In the middle of this swamp of misunderstandings and deliberate obtuseness (obtusity?) wades Tim Raveling, who was at one time about as sexist of a freethinker as one could imagine. His inability to show respect to his strong-willed female partners led to much pain and heartache before he finally realized how his sexism was destroying his relationships, and finally began to open himself up to learning how to embrace women as equals instead of as lesser beings. Unfortunately, in the doing, he lost a wonderful partner, but better late than never.
A big part of Tim’s self-education came from realizing how he had objectified his partners by making them into his “Manic Pixie Dream Girls.”
For those who’ve never heard the term, a Manic Pixie Dream Girl (MPDG) is a free-spirited young woman who enters a man’s life specifically to draw him out of his shell and improve him as a person. Often she helps the hero learn to embrace life, or else helps heal him of his depression or grief. For some reason we’re just fascinated with the idea of a magical, wacky, zany person who reaches into a stolid, sad, brooding person’s life to improve that person and make them better; here’s a list of tons of them. She doesn’t exist on her own; she can only exist as a definition of her affect on the hero. Often she’s doomed to die, because once she’s fulfilled her function, like a butterfly, there’s no energy left in her to keep flying. The movie ends with the hero having grown into a better-rounded person thanks to his living Maguffin.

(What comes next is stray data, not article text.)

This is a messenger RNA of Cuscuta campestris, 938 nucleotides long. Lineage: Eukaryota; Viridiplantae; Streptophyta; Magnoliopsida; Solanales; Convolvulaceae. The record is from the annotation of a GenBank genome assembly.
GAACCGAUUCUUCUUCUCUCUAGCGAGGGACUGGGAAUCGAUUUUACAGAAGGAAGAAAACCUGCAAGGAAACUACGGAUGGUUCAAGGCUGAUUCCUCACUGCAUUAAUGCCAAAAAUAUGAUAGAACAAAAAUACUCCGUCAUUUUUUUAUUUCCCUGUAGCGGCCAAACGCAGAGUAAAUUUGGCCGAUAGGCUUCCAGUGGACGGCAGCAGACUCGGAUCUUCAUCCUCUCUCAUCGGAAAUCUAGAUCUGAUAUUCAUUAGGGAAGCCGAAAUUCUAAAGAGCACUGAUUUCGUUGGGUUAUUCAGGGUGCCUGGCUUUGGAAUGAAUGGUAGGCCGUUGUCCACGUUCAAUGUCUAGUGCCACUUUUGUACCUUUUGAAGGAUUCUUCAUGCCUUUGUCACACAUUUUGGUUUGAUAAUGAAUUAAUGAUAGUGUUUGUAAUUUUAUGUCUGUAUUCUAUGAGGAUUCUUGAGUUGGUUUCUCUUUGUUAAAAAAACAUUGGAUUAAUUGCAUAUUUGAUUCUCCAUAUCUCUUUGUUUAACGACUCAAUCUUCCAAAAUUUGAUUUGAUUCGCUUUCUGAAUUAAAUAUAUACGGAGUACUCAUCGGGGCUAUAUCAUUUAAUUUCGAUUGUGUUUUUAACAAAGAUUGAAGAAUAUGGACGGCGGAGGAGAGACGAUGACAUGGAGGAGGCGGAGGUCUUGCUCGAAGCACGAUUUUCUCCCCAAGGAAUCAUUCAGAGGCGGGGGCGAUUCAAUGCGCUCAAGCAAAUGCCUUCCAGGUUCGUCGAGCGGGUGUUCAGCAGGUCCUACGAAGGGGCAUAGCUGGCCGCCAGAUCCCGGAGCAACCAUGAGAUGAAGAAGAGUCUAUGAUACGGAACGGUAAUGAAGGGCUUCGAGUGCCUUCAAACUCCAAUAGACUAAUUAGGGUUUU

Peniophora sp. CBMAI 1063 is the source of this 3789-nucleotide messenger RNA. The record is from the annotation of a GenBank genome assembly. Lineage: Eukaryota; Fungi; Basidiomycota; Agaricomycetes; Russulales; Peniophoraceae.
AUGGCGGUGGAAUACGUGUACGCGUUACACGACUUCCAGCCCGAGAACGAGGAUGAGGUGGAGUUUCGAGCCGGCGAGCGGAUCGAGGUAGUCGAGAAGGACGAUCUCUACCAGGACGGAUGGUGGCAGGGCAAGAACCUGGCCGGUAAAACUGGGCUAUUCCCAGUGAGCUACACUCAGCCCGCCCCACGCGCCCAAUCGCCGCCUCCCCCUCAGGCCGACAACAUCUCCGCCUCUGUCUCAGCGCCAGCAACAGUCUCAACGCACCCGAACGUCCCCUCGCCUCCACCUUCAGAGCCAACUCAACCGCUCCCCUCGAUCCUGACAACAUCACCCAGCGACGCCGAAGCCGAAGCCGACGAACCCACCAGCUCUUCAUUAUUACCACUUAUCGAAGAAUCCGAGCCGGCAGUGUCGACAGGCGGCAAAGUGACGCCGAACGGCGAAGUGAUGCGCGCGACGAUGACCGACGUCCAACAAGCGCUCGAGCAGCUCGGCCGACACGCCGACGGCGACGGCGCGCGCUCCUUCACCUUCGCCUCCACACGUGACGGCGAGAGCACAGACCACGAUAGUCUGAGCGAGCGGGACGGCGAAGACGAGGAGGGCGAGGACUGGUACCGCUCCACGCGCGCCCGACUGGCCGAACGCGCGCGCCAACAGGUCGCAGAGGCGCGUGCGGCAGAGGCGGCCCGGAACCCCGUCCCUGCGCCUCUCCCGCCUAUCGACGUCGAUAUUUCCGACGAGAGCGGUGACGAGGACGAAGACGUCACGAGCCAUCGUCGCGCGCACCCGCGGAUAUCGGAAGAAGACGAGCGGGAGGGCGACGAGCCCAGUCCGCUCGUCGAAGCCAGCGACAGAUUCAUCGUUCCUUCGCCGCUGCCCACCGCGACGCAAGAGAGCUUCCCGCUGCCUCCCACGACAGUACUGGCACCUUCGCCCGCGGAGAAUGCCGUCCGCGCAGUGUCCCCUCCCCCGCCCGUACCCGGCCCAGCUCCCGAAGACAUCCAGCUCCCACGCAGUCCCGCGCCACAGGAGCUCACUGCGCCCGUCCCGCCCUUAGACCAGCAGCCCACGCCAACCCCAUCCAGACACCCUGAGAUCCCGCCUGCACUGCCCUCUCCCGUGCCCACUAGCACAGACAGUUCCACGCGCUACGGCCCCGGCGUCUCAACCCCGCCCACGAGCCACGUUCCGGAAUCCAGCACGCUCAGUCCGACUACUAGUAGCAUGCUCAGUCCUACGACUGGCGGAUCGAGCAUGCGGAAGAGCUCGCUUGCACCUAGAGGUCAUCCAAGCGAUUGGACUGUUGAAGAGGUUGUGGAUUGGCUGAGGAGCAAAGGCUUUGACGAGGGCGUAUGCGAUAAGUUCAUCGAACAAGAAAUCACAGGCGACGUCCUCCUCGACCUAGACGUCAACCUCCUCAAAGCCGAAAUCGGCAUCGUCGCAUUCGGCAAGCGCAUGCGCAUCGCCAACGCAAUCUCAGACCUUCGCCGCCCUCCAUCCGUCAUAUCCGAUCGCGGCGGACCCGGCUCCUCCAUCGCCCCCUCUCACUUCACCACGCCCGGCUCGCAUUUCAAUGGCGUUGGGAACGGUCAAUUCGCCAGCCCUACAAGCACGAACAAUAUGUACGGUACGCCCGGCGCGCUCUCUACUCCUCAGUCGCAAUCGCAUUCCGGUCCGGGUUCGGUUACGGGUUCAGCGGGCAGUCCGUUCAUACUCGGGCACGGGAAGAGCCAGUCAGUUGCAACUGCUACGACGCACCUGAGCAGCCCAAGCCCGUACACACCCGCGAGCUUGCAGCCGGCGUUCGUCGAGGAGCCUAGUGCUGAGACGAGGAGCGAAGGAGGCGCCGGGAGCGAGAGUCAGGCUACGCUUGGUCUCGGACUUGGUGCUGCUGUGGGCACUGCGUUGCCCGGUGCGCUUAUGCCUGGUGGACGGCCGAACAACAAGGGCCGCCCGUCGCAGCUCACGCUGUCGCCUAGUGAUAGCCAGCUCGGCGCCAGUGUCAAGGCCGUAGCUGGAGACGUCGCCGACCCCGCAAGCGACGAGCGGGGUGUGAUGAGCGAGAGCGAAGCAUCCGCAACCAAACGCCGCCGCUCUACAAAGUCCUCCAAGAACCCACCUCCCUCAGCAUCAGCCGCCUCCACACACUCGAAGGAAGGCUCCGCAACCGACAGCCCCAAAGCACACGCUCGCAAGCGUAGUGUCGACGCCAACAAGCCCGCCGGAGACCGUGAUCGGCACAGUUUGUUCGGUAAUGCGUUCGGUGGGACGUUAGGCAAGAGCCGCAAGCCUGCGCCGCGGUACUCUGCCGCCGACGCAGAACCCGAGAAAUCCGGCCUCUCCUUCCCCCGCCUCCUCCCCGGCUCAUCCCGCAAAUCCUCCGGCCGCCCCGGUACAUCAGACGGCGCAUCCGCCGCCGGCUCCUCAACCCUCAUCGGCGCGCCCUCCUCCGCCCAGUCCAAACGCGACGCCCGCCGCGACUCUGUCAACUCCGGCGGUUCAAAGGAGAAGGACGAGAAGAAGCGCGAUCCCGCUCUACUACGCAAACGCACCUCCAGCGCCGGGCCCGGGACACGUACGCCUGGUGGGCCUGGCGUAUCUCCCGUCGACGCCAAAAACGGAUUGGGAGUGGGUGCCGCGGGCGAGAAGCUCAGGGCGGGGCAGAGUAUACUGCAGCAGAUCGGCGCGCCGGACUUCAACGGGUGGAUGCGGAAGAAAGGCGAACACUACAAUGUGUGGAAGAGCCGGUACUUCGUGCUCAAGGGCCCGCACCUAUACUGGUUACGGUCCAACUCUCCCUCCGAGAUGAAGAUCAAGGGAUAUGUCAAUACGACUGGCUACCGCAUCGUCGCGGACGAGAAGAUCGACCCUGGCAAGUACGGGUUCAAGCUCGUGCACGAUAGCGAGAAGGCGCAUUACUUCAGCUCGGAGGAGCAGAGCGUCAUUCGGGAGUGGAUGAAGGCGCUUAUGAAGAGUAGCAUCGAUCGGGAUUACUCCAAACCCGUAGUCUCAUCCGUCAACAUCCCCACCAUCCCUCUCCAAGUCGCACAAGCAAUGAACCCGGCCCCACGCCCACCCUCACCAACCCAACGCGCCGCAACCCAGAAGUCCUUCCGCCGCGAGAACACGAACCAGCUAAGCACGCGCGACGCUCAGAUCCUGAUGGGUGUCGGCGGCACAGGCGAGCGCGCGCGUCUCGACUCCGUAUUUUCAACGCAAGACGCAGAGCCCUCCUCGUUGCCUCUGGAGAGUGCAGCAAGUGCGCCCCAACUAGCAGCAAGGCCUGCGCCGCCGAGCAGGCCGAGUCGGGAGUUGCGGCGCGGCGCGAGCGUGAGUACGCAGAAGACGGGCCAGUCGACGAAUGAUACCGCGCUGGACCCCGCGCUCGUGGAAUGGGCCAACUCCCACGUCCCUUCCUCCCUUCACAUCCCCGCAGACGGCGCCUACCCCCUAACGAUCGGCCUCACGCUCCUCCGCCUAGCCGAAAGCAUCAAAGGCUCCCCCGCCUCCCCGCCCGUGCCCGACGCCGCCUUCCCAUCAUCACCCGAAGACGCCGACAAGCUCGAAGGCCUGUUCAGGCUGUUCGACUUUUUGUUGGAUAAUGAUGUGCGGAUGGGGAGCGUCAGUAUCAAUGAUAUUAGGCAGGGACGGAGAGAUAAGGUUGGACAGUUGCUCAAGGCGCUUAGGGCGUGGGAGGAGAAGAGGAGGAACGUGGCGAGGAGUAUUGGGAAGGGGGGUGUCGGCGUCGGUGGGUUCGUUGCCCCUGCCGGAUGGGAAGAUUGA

When I first saw the trope’s name, I thought, “Oh my gosh, I’ve been a MPDG all my life!”
When I was younger, I had a quirky sense of humor and tended to attract partners who were more serious and settled. They loved how free-spirited I was and how cheerful. I was just getting out of Christianity at that point and rediscovering this big beautiful world without those shackles, and I guess it’s fun to tag along with someone like that. I ended up with partners who loved my strength of will and my ability to find amazing things to see and do.
But what happens when the MPDG settles down with someone? Eventually, that same quality that drew the hero to her repels him. She is indeed strong-willed, which means she won’t take stupid excuses and alienating behavior sitting down. She loves finding cool stuff to do, which gets tiring for introverted, broody partners who just want to nest and hibernate at home. Whatever short burst of self-improvement happens, the hero’s initial personality–controlling, serious, broody, pessimistic–eventually reasserts itself. He gets angrier and angrier with her for not having the same affect she did at first. And that’s just what happened to me several times before I realized what was going on and put a stop to such relationships.